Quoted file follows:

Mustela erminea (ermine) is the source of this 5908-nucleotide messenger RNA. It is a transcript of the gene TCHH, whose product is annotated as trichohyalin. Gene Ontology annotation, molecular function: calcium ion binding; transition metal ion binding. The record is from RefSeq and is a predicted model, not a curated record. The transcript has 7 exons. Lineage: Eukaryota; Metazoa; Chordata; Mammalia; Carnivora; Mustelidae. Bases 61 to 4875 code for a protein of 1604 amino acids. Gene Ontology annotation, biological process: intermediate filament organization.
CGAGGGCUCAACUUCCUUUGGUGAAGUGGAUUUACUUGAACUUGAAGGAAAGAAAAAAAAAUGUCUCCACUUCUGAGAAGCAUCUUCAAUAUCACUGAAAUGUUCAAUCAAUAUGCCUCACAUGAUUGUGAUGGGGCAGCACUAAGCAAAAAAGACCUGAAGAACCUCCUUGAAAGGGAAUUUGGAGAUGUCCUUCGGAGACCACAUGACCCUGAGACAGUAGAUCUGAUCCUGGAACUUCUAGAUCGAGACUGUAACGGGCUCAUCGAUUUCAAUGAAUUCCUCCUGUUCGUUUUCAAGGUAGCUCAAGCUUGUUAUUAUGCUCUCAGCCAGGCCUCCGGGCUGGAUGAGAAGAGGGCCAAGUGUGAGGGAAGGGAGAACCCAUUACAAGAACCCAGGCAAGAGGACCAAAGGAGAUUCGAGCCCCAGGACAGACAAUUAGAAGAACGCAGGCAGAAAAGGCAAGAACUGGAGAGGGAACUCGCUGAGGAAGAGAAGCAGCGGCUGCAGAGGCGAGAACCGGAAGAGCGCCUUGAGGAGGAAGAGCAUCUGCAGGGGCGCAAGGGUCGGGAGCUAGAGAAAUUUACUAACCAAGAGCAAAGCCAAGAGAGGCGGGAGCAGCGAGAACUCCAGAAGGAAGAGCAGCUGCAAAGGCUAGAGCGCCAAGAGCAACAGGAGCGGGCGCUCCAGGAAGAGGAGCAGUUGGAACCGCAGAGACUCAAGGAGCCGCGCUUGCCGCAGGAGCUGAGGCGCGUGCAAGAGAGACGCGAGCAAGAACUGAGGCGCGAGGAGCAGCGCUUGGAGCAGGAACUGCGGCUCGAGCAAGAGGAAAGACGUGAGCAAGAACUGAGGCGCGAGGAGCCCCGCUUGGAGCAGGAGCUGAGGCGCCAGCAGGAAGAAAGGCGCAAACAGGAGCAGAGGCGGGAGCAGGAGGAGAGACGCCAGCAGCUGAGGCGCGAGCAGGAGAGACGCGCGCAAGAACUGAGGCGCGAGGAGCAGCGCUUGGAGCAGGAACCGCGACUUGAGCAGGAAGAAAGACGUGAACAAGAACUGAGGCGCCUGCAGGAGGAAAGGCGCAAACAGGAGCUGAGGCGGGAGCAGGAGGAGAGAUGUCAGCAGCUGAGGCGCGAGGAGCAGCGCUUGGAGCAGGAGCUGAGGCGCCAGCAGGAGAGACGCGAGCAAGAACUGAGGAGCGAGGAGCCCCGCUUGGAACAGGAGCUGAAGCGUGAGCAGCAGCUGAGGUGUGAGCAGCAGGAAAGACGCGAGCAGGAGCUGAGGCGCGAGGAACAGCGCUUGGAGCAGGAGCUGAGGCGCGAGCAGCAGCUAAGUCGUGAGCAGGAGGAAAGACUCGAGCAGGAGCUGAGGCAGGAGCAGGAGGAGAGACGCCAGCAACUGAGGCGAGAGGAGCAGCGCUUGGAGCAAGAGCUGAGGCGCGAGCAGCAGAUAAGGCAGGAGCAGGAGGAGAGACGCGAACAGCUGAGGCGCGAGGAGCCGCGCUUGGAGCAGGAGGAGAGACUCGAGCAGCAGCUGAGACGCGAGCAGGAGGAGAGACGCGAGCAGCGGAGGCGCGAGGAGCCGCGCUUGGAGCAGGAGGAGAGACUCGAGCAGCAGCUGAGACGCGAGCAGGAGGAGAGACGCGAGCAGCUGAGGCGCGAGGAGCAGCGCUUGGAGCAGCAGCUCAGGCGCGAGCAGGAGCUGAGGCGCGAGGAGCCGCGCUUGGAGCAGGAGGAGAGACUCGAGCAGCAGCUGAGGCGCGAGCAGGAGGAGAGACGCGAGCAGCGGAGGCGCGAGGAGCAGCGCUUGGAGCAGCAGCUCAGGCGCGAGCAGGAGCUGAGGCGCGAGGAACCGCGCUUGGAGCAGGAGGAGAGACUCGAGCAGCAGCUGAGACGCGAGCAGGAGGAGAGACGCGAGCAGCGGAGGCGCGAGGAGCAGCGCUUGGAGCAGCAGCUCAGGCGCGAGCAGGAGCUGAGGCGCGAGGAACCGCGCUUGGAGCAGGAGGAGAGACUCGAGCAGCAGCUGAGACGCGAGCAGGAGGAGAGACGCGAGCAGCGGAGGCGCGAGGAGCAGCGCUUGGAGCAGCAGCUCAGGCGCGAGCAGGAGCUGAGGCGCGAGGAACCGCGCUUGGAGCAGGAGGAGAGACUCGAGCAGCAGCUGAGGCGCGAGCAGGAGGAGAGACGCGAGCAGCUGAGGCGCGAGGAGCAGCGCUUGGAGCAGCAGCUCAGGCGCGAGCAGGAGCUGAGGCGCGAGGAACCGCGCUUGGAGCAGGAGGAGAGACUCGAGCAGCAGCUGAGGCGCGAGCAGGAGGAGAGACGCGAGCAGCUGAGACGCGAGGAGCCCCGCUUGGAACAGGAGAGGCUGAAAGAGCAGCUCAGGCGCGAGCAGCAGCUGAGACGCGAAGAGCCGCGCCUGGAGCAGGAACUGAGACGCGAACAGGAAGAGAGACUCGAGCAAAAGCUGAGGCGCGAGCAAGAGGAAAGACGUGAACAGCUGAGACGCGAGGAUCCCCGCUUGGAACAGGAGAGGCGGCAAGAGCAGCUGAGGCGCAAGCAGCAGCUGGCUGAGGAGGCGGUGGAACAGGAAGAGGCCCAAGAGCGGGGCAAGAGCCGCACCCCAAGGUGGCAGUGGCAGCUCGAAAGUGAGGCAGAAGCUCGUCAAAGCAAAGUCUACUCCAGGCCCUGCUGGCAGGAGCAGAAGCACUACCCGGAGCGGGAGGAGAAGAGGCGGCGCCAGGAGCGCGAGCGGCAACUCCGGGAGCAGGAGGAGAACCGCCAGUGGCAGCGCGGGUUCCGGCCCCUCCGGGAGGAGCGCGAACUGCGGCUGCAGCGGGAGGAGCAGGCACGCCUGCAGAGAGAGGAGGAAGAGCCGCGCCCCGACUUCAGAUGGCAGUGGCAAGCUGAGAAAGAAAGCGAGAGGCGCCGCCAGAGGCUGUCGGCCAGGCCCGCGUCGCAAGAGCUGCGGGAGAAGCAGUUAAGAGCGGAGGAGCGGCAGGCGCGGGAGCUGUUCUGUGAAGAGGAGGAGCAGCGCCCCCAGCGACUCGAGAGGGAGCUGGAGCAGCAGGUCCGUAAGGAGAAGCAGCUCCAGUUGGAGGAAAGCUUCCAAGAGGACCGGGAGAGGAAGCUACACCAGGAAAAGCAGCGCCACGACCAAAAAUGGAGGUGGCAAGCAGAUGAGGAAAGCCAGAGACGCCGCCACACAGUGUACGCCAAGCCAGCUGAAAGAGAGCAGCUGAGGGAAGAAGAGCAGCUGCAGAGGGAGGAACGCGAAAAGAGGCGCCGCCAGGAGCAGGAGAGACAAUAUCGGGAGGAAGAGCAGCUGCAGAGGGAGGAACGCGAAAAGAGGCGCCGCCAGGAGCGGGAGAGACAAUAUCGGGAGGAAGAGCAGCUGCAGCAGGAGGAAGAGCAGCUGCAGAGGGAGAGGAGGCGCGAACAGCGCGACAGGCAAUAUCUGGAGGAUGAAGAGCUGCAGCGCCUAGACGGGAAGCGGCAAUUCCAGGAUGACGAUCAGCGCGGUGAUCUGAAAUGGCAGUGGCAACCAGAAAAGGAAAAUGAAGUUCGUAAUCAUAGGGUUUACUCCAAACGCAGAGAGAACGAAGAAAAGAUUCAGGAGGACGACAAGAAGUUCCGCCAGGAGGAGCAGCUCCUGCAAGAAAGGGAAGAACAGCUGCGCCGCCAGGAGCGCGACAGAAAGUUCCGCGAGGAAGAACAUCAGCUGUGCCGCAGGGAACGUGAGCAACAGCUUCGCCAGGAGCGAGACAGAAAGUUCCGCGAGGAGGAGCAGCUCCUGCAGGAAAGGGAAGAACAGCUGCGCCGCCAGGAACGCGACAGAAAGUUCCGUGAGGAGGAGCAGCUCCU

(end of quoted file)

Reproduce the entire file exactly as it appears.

Mustela erminea (ermine) is the source of this 5908-nucleotide messenger RNA. It is a transcript of the gene TCHH, whose product is annotated as trichohyalin. Gene Ontology annotation, molecular function: calcium ion binding; transition metal ion binding. The record is from RefSeq and is a predicted model, not a curated record. The transcript has 7 exons. Lineage: Eukaryota; Metazoa; Chordata; Mammalia; Carnivora; Mustelidae. Bases 61 to 4875 code for a protein of 1604 amino acids. Gene Ontology annotation, biological process: intermediate filament organization.
CGAGGGCUCAACUUCCUUUGGUGAAGUGGAUUUACUUGAACUUGAAGGAAAGAAAAAAAAAUGUCUCCACUUCUGAGAAGCAUCUUCAAUAUCACUGAAAUGUUCAAUCAAUAUGCCUCACAUGAUUGUGAUGGGGCAGCACUAAGCAAAAAAGACCUGAAGAACCUCCUUGAAAGGGAAUUUGGAGAUGUCCUUCGGAGACCACAUGACCCUGAGACAGUAGAUCUGAUCCUGGAACUUCUAGAUCGAGACUGUAACGGGCUCAUCGAUUUCAAUGAAUUCCUCCUGUUCGUUUUCAAGGUAGCUCAAGCUUGUUAUUAUGCUCUCAGCCAGGCCUCCGGGCUGGAUGAGAAGAGGGCCAAGUGUGAGGGAAGGGAGAACCCAUUACAAGAACCCAGGCAAGAGGACCAAAGGAGAUUCGAGCCCCAGGACAGACAAUUAGAAGAACGCAGGCAGAAAAGGCAAGAACUGGAGAGGGAACUCGCUGAGGAAGAGAAGCAGCGGCUGCAGAGGCGAGAACCGGAAGAGCGCCUUGAGGAGGAAGAGCAUCUGCAGGGGCGCAAGGGUCGGGAGCUAGAGAAAUUUACUAACCAAGAGCAAAGCCAAGAGAGGCGGGAGCAGCGAGAACUCCAGAAGGAAGAGCAGCUGCAAAGGCUAGAGCGCCAAGAGCAACAGGAGCGGGCGCUCCAGGAAGAGGAGCAGUUGGAACCGCAGAGACUCAAGGAGCCGCGCUUGCCGCAGGAGCUGAGGCGCGUGCAAGAGAGACGCGAGCAAGAACUGAGGCGCGAGGAGCAGCGCUUGGAGCAGGAACUGCGGCUCGAGCAAGAGGAAAGACGUGAGCAAGAACUGAGGCGCGAGGAGCCCCGCUUGGAGCAGGAGCUGAGGCGCCAGCAGGAAGAAAGGCGCAAACAGGAGCAGAGGCGGGAGCAGGAGGAGAGACGCCAGCAGCUGAGGCGCGAGCAGGAGAGACGCGCGCAAGAACUGAGGCGCGAGGAGCAGCGCUUGGAGCAGGAACCGCGACUUGAGCAGGAAGAAAGACGUGAACAAGAACUGAGGCGCCUGCAGGAGGAAAGGCGCAAACAGGAGCUGAGGCGGGAGCAGGAGGAGAGAUGUCAGCAGCUGAGGCGCGAGGAGCAGCGCUUGGAGCAGGAGCUGAGGCGCCAGCAGGAGAGACGCGAGCAAGAACUGAGGAGCGAGGAGCCCCGCUUGGAACAGGAGCUGAAGCGUGAGCAGCAGCUGAGGUGUGAGCAGCAGGAAAGACGCGAGCAGGAGCUGAGGCGCGAGGAACAGCGCUUGGAGCAGGAGCUGAGGCGCGAGCAGCAGCUAAGUCGUGAGCAGGAGGAAAGACUCGAGCAGGAGCUGAGGCAGGAGCAGGAGGAGAGACGCCAGCAACUGAGGCGAGAGGAGCAGCGCUUGGAGCAAGAGCUGAGGCGCGAGCAGCAGAUAAGGCAGGAGCAGGAGGAGAGACGCGAACAGCUGAGGCGCGAGGAGCCGCGCUUGGAGCAGGAGGAGAGACUCGAGCAGCAGCUGAGACGCGAGCAGGAGGAGAGACGCGAGCAGCGGAGGCGCGAGGAGCCGCGCUUGGAGCAGGAGGAGAGACUCGAGCAGCAGCUGAGACGCGAGCAGGAGGAGAGACGCGAGCAGCUGAGGCGCGAGGAGCAGCGCUUGGAGCAGCAGCUCAGGCGCGAGCAGGAGCUGAGGCGCGAGGAGCCGCGCUUGGAGCAGGAGGAGAGACUCGAGCAGCAGCUGAGGCGCGAGCAGGAGGAGAGACGCGAGCAGCGGAGGCGCGAGGAGCAGCGCUUGGAGCAGCAGCUCAGGCGCGAGCAGGAGCUGAGGCGCGAGGAACCGCGCUUGGAGCAGGAGGAGAGACUCGAGCAGCAGCUGAGACGCGAGCAGGAGGAGAGACGCGAGCAGCGGAGGCGCGAGGAGCAGCGCUUGGAGCAGCAGCUCAGGCGCGAGCAGGAGCUGAGGCGCGAGGAACCGCGCUUGGAGCAGGAGGAGAGACUCGAGCAGCAGCUGAGACGCGAGCAGGAGGAGAGACGCGAGCAGCGGAGGCGCGAGGAGCAGCGCUUGGAGCAGCAGCUCAGGCGCGAGCAGGAGCUGAGGCGCGAGGAACCGCGCUUGGAGCAGGAGGAGAGACUCGAGCAGCAGCUGAGGCGCGAGCAGGAGGAGAGACGCGAGCAGCUGAGGCGCGAGGAGCAGCGCUUGGAGCAGCAGCUCAGGCGCGAGCAGGAGCUGAGGCGCGAGGAACCGCGCUUGGAGCAGGAGGAGAGACUCGAGCAGCAGCUGAGGCGCGAGCAGGAGGAGAGACGCGAGCAGCUGAGACGCGAGGAGCCCCGCUUGGAACAGGAGAGGCUGAAAGAGCAGCUCAGGCGCGAGCAGCAGCUGAGACGCGAAGAGCCGCGCCUGGAGCAGGAACUGAGACGCGAACAGGAAGAGAGACUCGAGCAAAAGCUGAGGCGCGAGCAAGAGGAAAGACGUGAACAGCUGAGACGCGAGGAUCCCCGCUUGGAACAGGAGAGGCGGCAAGAGCAGCUGAGGCGCAAGCAGCAGCUGGCUGAGGAGGCGGUGGAACAGGAAGAGGCCCAAGAGCGGGGCAAGAGCCGCACCCCAAGGUGGCAGUGGCAGCUCGAAAGUGAGGCAGAAGCUCGUCAAAGCAAAGUCUACUCCAGGCCCUGCUGGCAGGAGCAGAAGCACUACCCGGAGCGGGAGGAGAAGAGGCGGCGCCAGGAGCGCGAGCGGCAACUCCGGGAGCAGGAGGAGAACCGCCAGUGGCAGCGCGGGUUCCGGCCCCUCCGGGAGGAGCGCGAACUGCGGCUGCAGCGGGAGGAGCAGGCACGCCUGCAGAGAGAGGAGGAAGAGCCGCGCCCCGACUUCAGAUGGCAGUGGCAAGCUGAGAAAGAAAGCGAGAGGCGCCGCCAGAGGCUGUCGGCCAGGCCCGCGUCGCAAGAGCUGCGGGAGAAGCAGUUAAGAGCGGAGGAGCGGCAGGCGCGGGAGCUGUUCUGUGAAGAGGAGGAGCAGCGCCCCCAGCGACUCGAGAGGGAGCUGGAGCAGCAGGUCCGUAAGGAGAAGCAGCUCCAGUUGGAGGAAAGCUUCCAAGAGGACCGGGAGAGGAAGCUACACCAGGAAAAGCAGCGCCACGACCAAAAAUGGAGGUGGCAAGCAGAUGAGGAAAGCCAGAGACGCCGCCACACAGUGUACGCCAAGCCAGCUGAAAGAGAGCAGCUGAGGGAAGAAGAGCAGCUGCAGAGGGAGGAACGCGAAAAGAGGCGCCGCCAGGAGCAGGAGAGACAAUAUCGGGAGGAAGAGCAGCUGCAGAGGGAGGAACGCGAAAAGAGGCGCCGCCAGGAGCGGGAGAGACAAUAUCGGGAGGAAGAGCAGCUGCAGCAGGAGGAAGAGCAGCUGCAGAGGGAGAGGAGGCGCGAACAGCGCGACAGGCAAUAUCUGGAGGAUGAAGAGCUGCAGCGCCUAGACGGGAAGCGGCAAUUCCAGGAUGACGAUCAGCGCGGUGAUCUGAAAUGGCAGUGGCAACCAGAAAAGGAAAAUGAAGUUCGUAAUCAUAGGGUUUACUCCAAACGCAGAGAGAACGAAGAAAAGAUUCAGGAGGACGACAAGAAGUUCCGCCAGGAGGAGCAGCUCCUGCAAGAAAGGGAAGAACAGCUGCGCCGCCAGGAGCGCGACAGAAAGUUCCGCGAGGAAGAACAUCAGCUGUGCCGCAGGGAACGUGAGCAACAGCUUCGCCAGGAGCGAGACAGAAAGUUCCGCGAGGAGGAGCAGCUCCUGCAGGAAAGGGAAGAACAGCUGCGCCGCCAGGAACGCGACAGAAAGUUCCGUGAGGAGGAGCAGCUCCU